Here we present the data and R script from “Reindeer control over subarctic treeline alters soil fungal communities with potential consequences for soil carbon storage” by Henni Ylänne, Rieke L. Madsen, Carles Castaño, Daniel B. Metcalfe and Karina E. Clemmensen (Global Change Biology, 2021). In this study we reported the impacts of grazing regime and mountain birch vicinity on the abundance, diversity and community composition of the soil fungal community, and explored how the soil...

Daphnia magna trade-off safety from UV radiation for food

Marcus Lee & Lars-Anders Hansson
Research on diel vertical migration (DVM) is generally conducted at the population level, whereas few studies have focused on how individual animals behaviorally respond to threats when also having access to foraging opportunities. We utilized a 3-D tracking platform to record the swimming behavior of Daphnia magna exposed to ultraviolet radiation (UVR) in the presence or absence of a food patch. We analyzed the vertical position of individuals before and during UVR exposure and found...

Fine-scale changes in speed and altitude suggest protean movements in homing pigeon flights

Baptiste Garde, Rory Wilson, Emmanouil Lempidakis, Luca Börger, Steven Portugal, Anders Hedenström, Giacomo Dell'Omo, Michael Quetting, Martin Wikelski & Emily L. C. Shepard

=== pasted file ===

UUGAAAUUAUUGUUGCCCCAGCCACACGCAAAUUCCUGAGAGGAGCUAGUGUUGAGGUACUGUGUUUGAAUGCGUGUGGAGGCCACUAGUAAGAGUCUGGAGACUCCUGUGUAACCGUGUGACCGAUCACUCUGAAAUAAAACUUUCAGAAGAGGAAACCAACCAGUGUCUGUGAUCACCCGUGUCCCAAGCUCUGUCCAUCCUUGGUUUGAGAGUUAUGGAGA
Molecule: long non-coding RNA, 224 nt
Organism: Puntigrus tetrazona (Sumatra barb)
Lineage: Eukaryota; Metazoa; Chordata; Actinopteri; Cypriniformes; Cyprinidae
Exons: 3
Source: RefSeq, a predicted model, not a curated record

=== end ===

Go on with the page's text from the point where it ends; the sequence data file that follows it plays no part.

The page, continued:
The power curve provides a basis for predicting adjustments that animals make in flight speed, for example in relation to wind, distance, habitat foraging quality and objective. However, relatively few studies have examined how animals respond to the landscape below them, which could affect speed and power allocation through modifications in climb rate and perceived predation risk. We equipped homing pigeons (Columba livia) with high-frequency loggers to examine how flight speed, and hence effort, varies...

Divergence in coding sequence and expression of different functional categories of immune genes between two wild rodent species

Lars Råberg, Xiuqin Zhong & Max Lundberg
Differences in immune function between species could be a result of interspecific divergence in coding sequence and/or expression of immune genes. Here, we investigate how the degree of divergence in coding sequence and expression differs between functional categories of immune genes, and if differences between categories occur independently of other factors (e.g. expression level, pleiotropy). To this end, we compared spleen transcriptomes of wild-caught yellow-necked mice and bank voles. Immune genes expressed in the spleen...

Recent changes in mountain birch forest structure and understory vegetation depend on the seasonal timing of reindeer grazing